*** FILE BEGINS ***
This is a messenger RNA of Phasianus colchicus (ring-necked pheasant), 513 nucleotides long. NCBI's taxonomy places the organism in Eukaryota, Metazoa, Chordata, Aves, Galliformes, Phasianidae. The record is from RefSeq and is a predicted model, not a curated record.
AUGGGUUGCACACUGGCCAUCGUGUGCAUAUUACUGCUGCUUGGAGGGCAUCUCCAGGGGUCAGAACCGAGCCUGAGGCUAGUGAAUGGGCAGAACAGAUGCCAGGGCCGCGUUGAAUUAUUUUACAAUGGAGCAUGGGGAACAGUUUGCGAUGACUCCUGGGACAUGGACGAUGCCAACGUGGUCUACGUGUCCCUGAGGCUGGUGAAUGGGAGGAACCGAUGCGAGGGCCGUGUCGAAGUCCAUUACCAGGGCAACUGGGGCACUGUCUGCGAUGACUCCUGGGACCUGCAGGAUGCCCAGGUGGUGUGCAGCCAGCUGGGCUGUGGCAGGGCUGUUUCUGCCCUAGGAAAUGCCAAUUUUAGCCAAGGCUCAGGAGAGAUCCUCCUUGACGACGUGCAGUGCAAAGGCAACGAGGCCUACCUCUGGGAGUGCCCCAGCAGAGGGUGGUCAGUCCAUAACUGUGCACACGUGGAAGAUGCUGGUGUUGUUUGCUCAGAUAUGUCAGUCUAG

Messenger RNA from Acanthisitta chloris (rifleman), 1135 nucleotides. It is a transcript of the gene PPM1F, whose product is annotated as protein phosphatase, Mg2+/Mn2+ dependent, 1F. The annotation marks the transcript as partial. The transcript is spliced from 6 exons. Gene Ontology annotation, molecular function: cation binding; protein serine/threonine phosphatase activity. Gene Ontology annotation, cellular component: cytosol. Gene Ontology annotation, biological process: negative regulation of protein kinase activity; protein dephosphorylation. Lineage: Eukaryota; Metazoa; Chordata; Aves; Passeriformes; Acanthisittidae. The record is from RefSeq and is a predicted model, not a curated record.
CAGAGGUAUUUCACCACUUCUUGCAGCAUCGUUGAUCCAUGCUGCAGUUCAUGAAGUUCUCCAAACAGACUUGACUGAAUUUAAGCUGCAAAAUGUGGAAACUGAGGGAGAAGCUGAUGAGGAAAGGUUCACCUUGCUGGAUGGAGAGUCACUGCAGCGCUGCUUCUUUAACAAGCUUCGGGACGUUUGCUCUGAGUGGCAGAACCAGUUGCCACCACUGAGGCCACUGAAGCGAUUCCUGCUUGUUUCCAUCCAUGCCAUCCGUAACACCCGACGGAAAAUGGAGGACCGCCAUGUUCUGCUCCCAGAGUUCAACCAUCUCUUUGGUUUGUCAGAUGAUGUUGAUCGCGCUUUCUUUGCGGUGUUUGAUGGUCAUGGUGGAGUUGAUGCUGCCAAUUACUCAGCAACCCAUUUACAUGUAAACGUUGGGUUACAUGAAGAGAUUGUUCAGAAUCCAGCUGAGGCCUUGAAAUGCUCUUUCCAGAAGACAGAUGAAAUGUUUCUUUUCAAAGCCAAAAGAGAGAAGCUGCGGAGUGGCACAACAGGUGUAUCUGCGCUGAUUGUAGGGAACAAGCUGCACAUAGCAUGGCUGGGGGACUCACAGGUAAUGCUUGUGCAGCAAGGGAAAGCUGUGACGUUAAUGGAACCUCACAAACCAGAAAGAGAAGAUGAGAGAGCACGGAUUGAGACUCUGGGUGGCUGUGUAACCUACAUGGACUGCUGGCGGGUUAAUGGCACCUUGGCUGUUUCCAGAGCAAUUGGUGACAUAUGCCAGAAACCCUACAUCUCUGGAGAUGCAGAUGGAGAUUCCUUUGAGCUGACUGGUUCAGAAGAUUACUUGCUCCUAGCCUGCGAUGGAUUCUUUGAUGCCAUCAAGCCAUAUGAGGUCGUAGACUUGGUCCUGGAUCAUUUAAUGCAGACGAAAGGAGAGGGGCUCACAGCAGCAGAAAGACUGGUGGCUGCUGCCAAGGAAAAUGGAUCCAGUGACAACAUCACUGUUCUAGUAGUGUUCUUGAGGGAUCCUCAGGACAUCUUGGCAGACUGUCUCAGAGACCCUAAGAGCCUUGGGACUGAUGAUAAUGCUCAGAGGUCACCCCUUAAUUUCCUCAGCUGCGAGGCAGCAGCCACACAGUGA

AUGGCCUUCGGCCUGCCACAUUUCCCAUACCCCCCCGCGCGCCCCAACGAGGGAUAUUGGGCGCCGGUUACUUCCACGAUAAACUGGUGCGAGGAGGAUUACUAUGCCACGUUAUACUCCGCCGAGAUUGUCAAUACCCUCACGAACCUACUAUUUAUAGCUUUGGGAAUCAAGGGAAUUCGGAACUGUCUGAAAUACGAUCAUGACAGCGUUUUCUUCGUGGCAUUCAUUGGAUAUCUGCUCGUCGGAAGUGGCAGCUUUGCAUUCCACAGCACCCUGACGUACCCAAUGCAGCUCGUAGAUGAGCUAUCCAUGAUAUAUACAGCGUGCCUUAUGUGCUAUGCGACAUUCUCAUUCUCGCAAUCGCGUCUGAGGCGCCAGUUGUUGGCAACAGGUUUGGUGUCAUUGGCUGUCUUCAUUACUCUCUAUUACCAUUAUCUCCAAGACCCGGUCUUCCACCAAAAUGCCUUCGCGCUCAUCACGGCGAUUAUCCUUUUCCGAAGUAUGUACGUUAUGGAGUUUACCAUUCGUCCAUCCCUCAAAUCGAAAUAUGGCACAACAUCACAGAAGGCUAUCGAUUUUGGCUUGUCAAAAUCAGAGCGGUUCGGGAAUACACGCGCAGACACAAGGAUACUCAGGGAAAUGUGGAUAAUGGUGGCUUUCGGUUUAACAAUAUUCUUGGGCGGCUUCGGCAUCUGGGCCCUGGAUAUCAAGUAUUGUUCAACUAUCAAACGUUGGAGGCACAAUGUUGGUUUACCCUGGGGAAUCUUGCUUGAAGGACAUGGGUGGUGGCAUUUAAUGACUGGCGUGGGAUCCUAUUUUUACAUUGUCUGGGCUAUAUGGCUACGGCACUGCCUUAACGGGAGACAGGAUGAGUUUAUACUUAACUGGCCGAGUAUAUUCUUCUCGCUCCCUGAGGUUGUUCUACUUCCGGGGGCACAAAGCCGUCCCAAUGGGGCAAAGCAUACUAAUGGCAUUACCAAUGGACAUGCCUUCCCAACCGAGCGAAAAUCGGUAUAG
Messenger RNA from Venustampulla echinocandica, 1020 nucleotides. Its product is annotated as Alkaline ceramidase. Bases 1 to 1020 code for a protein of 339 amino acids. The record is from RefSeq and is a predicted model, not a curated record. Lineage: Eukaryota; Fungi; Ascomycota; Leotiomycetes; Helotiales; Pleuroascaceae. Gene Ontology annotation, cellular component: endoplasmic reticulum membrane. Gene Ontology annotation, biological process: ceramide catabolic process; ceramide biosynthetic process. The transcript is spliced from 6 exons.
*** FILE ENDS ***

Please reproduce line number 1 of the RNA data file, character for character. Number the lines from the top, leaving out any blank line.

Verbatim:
This is a messenger RNA of Phasianus colchicus (ring-necked pheasant), 513 nucleotides long. NCBI's taxonomy places the organism in Eukaryota, Metazoa, Chordata, Aves, Galliformes, Phasianidae. The record is from RefSeq and is a predicted model, not a curated record.